Two centuries of history
The story of Maison Collin-Bourisset is the story of Mâcon wine merchant associations dating back to the 19th century. The first began in 1821 but the Maison really began to flourish in the 1830s. The wines were sold widely and began to impose their presence in Paris.
In 1862, a descendant of the original founders moved to Crêches-sur-Saône, where a train station had been built. The Maison continued its development.
In the 1880s, the Collin name appeared for the first time thanks to Pierre-Eugène Collin, a papermaker and merchant in Mâcon. In 1880 he moved to Crêches to take over his father-in-law’s business. On the back of a strong reputation forged by several generations of merchants, the business was then selling its wines in Northern France and Belgium and built partnerships with other Swiss wine merchants.
Henri Collin, Pierre-Eugène’s oldest son, was ready to take over the business from his father. Following in the footsteps of his ancestors, he left for York, England at a very young age in 1890 as a merchant’s assistant to conquer new markets.
For his part, Louis Bourisset came from a local family in Crêches-sur-Saône and founded his own winery.
In 1902, Henri Collin returned from England and formed a partnership with Louis Bourisset. And so Maison COLLIN & BOURISSET as we know it today was formed.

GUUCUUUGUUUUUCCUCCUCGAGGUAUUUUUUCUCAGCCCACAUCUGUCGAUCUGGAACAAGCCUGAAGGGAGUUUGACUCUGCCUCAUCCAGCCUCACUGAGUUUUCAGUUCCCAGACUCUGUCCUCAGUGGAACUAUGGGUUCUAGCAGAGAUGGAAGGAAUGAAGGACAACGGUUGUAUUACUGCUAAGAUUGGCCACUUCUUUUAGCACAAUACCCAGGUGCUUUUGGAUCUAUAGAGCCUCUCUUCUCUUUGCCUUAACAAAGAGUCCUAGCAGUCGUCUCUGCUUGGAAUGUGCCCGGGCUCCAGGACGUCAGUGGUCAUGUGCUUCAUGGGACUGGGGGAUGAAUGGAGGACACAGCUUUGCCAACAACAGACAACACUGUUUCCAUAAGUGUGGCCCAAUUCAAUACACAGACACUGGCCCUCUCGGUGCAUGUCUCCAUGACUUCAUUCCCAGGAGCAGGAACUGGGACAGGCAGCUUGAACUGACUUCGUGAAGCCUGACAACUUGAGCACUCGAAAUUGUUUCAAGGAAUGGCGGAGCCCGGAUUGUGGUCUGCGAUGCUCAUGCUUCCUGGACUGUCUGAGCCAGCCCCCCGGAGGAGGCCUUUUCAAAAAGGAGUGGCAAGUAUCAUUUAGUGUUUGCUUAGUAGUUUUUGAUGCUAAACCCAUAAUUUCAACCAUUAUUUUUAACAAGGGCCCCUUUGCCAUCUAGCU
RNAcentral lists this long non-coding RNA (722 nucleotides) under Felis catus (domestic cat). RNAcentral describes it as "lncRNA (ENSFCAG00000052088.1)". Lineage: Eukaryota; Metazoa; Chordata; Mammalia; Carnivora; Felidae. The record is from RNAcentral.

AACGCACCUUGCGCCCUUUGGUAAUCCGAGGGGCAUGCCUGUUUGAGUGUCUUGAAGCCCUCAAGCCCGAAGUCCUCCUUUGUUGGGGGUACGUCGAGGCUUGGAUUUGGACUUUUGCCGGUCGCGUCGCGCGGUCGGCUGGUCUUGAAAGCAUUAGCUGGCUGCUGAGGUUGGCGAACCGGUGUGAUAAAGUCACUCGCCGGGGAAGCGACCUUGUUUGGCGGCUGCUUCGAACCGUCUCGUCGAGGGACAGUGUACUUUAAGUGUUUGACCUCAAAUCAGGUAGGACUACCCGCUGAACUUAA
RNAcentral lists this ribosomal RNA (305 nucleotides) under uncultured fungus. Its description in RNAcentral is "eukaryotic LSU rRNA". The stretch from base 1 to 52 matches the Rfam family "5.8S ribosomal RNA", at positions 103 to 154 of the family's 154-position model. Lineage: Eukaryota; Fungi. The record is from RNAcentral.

Henri Collin and Louis Bourisset moved their business even closer to the Crêches train station and quickly developed their exports. Henri Collin and Louis Bourisset signed up to fight in the first World War. On their return, Louis Bourisset progressively took over the company.
In 1921, Louis Bourisset set off for Canada which had just repealed prohibition. He became the first French wine exporter to Québec and the "Québec Liquor Commission" ordered 10, 000 cases of Burgundy wine.
In 1922, he bought a vineyard in Romanèche-Thorins in the Moulin-à-Vent appellation. From 1922, Louis Bourisset was the only company director. Henri Collin had no heirs and had stepped away from the business.
Throughout the 1920s, exports flourished and Collin-Bourisset wines were sold in Belgium, the United Kingdom, Japan, Scandinavia and even China… In 1926, Louis Bourisset exclusively received all the grapes, production and sales business from Les Hospices de Romanèche-Thorins.
At the same time at Crèches, wines were aged, stored, bottled and labelled by hand before being transported by truck, train then boat to various customers.
At the death of Louis Bourisset in 1959, his son Paul Bourisset took over the company for the next 20 years. Collin-Bourisset was then exporting to Belgium, Québec and Japan as well as Norway, Holland, Great Britain, Switzerland, Germany, Italy, the United States, Martinique, Mexico and the Ivory Coast.
In 1979, with no family member to take over the business, Maison Jean Loron invested in the company.
After 193 wonderful years in the historic buildings at Crêches sur Saône, in 2014 a new page was written in the company’s history.
Collin-Bourisset became a partner with Maison Jean Loron and wonderful synergies were made possible. It also was an opportunity for Collin-Bourisset to become closer to the vineyards themselves.